State 2009-2016

Change Indicator

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Why This Indicator Matters

Students who drop out of high school and don't return are likely to have more unemployment and lower wages in the long run. Health outcomes are also poorer for those who drop out of high school.


What the data shows
The new definition has been in place since 2009. During that time, statewide, the dropout rate has decreased. In 2009, there were 2,162 youth who dropped out. The lowest year for dropouts was 2015 with 1,217. The latest year 2016, was closer to the years of 2014 and 2013, with 1,520 dropouts statewide. In terms of rates, in 2009, it was 3.4% of all students of any year and in 2016 it was 2.7% and only 2.1% in 2015.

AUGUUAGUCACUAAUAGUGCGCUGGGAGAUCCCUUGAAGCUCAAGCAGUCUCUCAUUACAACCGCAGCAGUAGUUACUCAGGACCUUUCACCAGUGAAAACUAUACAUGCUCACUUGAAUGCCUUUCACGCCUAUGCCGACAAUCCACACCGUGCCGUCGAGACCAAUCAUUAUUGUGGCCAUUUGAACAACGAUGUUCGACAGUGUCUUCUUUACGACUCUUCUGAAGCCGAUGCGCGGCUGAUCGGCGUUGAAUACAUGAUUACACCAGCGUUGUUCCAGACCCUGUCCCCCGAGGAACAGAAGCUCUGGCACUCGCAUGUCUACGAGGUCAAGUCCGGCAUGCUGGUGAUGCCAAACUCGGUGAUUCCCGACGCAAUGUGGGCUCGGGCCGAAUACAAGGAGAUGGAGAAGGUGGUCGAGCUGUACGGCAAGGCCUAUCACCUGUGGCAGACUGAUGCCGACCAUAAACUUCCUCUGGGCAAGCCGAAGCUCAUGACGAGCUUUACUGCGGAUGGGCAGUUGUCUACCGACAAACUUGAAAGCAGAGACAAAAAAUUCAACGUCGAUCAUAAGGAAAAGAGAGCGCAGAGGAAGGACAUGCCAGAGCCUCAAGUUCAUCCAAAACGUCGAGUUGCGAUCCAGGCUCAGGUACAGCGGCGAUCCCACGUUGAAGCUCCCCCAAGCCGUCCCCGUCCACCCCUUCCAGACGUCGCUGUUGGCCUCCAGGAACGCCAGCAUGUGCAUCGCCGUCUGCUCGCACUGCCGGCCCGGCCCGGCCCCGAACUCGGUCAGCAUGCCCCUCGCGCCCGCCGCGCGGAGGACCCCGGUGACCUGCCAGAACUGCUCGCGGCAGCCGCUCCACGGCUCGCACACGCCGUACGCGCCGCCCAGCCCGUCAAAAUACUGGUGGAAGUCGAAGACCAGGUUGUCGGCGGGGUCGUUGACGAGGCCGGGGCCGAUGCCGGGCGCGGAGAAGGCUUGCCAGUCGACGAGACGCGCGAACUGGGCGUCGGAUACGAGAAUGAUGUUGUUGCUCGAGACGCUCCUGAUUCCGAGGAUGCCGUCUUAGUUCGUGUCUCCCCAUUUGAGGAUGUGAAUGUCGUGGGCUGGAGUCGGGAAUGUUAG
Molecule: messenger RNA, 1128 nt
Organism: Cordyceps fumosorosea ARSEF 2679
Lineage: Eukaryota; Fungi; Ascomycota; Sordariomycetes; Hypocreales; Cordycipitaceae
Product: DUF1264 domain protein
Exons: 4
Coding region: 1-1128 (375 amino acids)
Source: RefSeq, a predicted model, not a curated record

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Definitions: A "dropout" is any student who has withdrawn for any reason except death, or been expelled from school before graduation or completion of a program of studies and who has not enrolled in another educational institution or program. The dropout rate is the percentage of students in ALL high school grades who stop attending school in a specific year. Thus the dropout rate includes freshmen, sophomores, juniors and seniors. It is not class-specific.

Data Source: Maine Department of Education

Footnotes: The definition of dropout changed in 2009, so earlier years are not comparable.
The rate by county is an average of the school rates rather than a "true average" of dropouts divided by all students in that county.

Updated April 2018